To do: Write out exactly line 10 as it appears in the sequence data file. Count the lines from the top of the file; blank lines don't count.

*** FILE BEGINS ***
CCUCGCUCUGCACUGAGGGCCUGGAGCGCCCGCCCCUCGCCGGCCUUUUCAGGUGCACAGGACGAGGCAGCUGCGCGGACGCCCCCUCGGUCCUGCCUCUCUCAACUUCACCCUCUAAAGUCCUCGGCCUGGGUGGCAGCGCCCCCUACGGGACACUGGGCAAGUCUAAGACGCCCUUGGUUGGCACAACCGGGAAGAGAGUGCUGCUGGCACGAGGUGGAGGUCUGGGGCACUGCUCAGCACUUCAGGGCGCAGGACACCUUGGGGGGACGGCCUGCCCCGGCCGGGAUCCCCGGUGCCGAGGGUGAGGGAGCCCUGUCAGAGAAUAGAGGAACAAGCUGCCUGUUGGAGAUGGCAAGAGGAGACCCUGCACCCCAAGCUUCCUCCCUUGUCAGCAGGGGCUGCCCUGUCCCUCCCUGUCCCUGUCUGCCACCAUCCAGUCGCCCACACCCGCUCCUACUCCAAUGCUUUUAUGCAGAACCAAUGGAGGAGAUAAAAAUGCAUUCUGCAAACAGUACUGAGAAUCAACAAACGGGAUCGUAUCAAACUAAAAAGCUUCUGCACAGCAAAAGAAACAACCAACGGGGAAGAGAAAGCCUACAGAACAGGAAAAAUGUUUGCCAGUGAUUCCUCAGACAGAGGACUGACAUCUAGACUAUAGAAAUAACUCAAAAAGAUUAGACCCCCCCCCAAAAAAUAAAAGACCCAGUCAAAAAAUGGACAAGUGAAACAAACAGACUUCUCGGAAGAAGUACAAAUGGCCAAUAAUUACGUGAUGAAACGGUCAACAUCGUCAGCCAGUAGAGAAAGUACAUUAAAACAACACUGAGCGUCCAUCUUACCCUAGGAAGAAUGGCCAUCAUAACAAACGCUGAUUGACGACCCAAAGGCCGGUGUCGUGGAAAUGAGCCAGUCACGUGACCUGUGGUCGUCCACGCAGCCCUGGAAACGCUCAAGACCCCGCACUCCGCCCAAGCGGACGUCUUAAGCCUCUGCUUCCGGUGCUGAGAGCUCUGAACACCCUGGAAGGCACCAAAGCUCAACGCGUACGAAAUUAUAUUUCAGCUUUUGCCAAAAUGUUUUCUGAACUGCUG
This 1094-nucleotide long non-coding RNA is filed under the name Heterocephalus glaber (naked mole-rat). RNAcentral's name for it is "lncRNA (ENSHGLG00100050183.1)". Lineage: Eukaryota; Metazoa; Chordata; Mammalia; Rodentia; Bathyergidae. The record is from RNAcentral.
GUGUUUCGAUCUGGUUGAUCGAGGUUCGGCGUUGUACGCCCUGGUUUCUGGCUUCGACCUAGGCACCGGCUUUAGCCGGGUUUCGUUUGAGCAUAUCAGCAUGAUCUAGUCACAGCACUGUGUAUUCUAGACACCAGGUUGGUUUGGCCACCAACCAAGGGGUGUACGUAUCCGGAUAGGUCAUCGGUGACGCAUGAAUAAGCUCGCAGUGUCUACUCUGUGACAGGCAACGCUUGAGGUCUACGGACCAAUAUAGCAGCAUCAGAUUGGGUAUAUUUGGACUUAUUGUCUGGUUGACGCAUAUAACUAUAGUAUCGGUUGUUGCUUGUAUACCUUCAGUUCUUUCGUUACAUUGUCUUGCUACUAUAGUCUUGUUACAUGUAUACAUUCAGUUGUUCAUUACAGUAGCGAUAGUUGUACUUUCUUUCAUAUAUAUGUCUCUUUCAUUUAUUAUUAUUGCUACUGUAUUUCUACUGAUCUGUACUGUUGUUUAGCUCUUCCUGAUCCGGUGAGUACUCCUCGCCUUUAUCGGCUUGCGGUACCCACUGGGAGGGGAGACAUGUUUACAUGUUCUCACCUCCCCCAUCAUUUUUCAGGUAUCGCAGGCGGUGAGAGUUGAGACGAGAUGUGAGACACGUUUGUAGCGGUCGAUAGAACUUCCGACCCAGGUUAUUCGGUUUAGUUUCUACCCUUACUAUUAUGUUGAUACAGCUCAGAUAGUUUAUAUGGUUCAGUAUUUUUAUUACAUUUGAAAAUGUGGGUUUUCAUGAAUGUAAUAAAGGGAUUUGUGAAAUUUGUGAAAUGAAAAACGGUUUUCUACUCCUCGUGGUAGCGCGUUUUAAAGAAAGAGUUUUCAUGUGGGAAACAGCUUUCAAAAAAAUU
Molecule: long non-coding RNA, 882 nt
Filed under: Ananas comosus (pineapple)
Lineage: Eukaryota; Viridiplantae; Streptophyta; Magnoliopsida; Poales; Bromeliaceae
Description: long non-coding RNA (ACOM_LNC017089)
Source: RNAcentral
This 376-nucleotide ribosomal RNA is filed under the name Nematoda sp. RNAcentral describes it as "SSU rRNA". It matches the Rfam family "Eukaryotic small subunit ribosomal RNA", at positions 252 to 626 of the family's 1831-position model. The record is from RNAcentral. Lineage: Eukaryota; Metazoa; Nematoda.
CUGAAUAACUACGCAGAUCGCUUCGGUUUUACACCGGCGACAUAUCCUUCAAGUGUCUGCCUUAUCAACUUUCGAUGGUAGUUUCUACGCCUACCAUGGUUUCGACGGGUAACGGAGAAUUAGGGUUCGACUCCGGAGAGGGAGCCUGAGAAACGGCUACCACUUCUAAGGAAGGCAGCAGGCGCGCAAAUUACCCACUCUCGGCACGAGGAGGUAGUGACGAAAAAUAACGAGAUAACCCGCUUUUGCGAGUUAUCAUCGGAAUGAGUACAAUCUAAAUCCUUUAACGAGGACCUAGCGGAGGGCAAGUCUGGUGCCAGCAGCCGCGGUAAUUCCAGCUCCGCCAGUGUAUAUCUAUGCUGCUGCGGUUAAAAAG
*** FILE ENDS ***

CUGAAUAACUACGCAGAUCGCUUCGGUUUUACACCGGCGACAUAUCCUUCAAGUGUCUGCCUUAUCAACUUUCGAUGGUAGUUUCUACGCCUACCAUGGUUUCGACGGGUAACGGAGAAUUAGGGUUCGACUCCGGAGAGGGAGCCUGAGAAACGGCUACCACUUCUAAGGAAGGCAGCAGGCGCGCAAAUUACCCACUCUCGGCACGAGGAGGUAGUGACGAAAAAUAACGAGAUAACCCGCUUUUGCGAGUUAUCAUCGGAAUGAGUACAAUCUAAAUCCUUUAACGAGGACCUAGCGGAGGGCAAGUCUGGUGCCAGCAGCCGCGGUAAUUCCAGCUCCGCCAGUGUAUAUCUAUGCUGCUGCGGUUAAAAAG